I have designed, simulated, drawn and validated layouts for memory in the past, and the higher the speed, the more tricky it becomes to do correct trace length matching, impedance matching, reflection optimization etc. to get proper signal integrity and eye openings. This creates an additional cost for the motherboard manufacturer, such as more layers on the PCB, more expensive connectors, lower tolerances, longer design and validation efforts, the need for blind via's, backdrilling and more. For me it kind of makes sense that the memory speed is more limited on the lower end motherboards.


What am I missing guys?

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12 hours ago, StrawberryShortCakes said:

Who's wil-e-coyote? 

I can't believe you don't know!

BTW I did missspell the name - It's Wile-E-Coyote and here he is. 

 

Wile-E-Coyote.jpg

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21 minutes ago, Beerzerker said:

I can't believe you don't know!

BTW I did missspell the name - It's Wile-E-Coyote and here he is. 

 

Wile-E-Coyote.jpg

Ah old cartoon, sorry 14 years old. 

I only watch anime, and kamen riders

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Hades - dO.Ob Look into my eyes and see the dark eternal abyss that is your soul and pay for your hidden sins. 

Cerberus - the hell hound that guards the gates of hell. Once you enter you'll never escape. 

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17 hours ago, gloop said:

I doubt Intel are going to change anything, considering this has been going on for 5+ years.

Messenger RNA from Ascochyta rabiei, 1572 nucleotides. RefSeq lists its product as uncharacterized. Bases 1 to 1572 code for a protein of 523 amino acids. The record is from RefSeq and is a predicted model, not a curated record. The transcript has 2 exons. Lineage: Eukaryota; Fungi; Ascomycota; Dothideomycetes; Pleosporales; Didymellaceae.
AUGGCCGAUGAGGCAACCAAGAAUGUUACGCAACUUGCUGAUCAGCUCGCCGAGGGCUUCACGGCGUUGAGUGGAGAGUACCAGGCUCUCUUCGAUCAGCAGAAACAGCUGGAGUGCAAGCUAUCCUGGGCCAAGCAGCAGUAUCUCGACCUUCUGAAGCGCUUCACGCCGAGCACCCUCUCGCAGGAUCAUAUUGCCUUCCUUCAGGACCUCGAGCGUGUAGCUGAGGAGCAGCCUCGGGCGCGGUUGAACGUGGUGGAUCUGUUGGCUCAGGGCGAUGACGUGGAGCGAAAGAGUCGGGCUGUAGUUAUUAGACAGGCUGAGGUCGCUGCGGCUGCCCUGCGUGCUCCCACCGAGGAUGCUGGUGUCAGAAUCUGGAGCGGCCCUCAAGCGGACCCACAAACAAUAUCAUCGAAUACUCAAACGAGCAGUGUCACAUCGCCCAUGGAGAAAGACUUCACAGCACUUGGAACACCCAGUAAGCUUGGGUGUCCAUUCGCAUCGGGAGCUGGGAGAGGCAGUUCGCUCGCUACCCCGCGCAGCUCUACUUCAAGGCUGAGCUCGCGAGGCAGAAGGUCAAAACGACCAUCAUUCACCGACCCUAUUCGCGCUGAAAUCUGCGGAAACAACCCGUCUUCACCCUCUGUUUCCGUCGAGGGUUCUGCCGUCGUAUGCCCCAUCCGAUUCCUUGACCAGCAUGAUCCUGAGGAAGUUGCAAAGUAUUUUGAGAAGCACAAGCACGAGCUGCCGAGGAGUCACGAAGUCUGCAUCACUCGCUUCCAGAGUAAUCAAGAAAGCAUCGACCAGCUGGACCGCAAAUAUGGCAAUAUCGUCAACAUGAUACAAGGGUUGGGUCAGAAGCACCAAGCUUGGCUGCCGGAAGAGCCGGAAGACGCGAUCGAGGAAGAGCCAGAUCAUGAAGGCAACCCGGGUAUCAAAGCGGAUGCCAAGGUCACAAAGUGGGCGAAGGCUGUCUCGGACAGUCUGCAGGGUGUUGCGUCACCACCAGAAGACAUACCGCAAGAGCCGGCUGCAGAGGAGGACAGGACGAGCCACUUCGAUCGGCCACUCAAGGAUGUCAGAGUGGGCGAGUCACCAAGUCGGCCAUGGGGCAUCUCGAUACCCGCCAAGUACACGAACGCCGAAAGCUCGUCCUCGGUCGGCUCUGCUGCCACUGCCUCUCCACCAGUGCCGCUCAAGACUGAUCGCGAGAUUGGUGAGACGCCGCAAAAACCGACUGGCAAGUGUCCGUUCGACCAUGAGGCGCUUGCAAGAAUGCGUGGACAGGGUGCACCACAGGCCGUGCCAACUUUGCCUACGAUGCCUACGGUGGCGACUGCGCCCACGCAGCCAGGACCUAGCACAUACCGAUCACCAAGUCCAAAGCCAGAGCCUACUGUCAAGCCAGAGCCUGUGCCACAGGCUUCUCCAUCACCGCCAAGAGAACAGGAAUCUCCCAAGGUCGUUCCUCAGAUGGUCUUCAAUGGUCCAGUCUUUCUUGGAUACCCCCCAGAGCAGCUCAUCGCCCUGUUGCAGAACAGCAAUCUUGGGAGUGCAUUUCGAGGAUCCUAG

Except AMD Zen didn't exist 5 years ago.

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2 hours ago, Furyaan said:

I just made an account to open the debate on this topic, as I'm very confused after watching the video. I'm by no means an Intel expert, so I may be missing something, but I have developed motherboards for the telecom industry for several years. Why does Linus act like the motherboard has no role to play in the memory speed, and claims that the differentiation is 'entirely artificial'? It's not because the memory controller is on the CPU, that the motherboard will not play a limiting role on the maximum reachable memory speed. 

 

I have designed, simulated, drawn and validated layouts for memory in the past, and the higher the speed, the more tricky it becomes to do correct trace length matching, impedance matching, reflection optimization etc. to get proper signal integrity and eye openings. This creates an additional cost for the motherboard manufacturer, such as more layers on the PCB, more expensive connectors, lower tolerances, longer design and validation efforts, the need for blind via's, backdrilling and more. For me it kind of makes sense that the memory speed is more limited on the lower end motherboards.


What am I missing guys?

Sure, for cost cutting, in theory lower end cheaper boards should have less features. Except when the competitor does support those extra features in their lower end boards. Then you have a problem.

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Playing Devil's advocate here, this isn't a case of Intel limiting memory speed on it's budget chipsets, it's a case of Intel limiting memory overclocking on their budget chipsets.  Which makes sense as they have been limiting CPU overclocking on those chipsets since Sandy Bridge in 2011.

 

To be clear I don't like either practice, but there is a difference between what Intel are actually doing and what many seem to be flaming them over.

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so did LTT took the ROG Strix H470-I Gaming with a 10gen cpu and test it wen you put 3600mhz ram in there? 
pll say they still be able to get 3600mhz on it. im defending LTT at the moment but they just say linus is lying his ass off.

regards 

 

 

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While it sucks that Intel do this, it has been like this for years.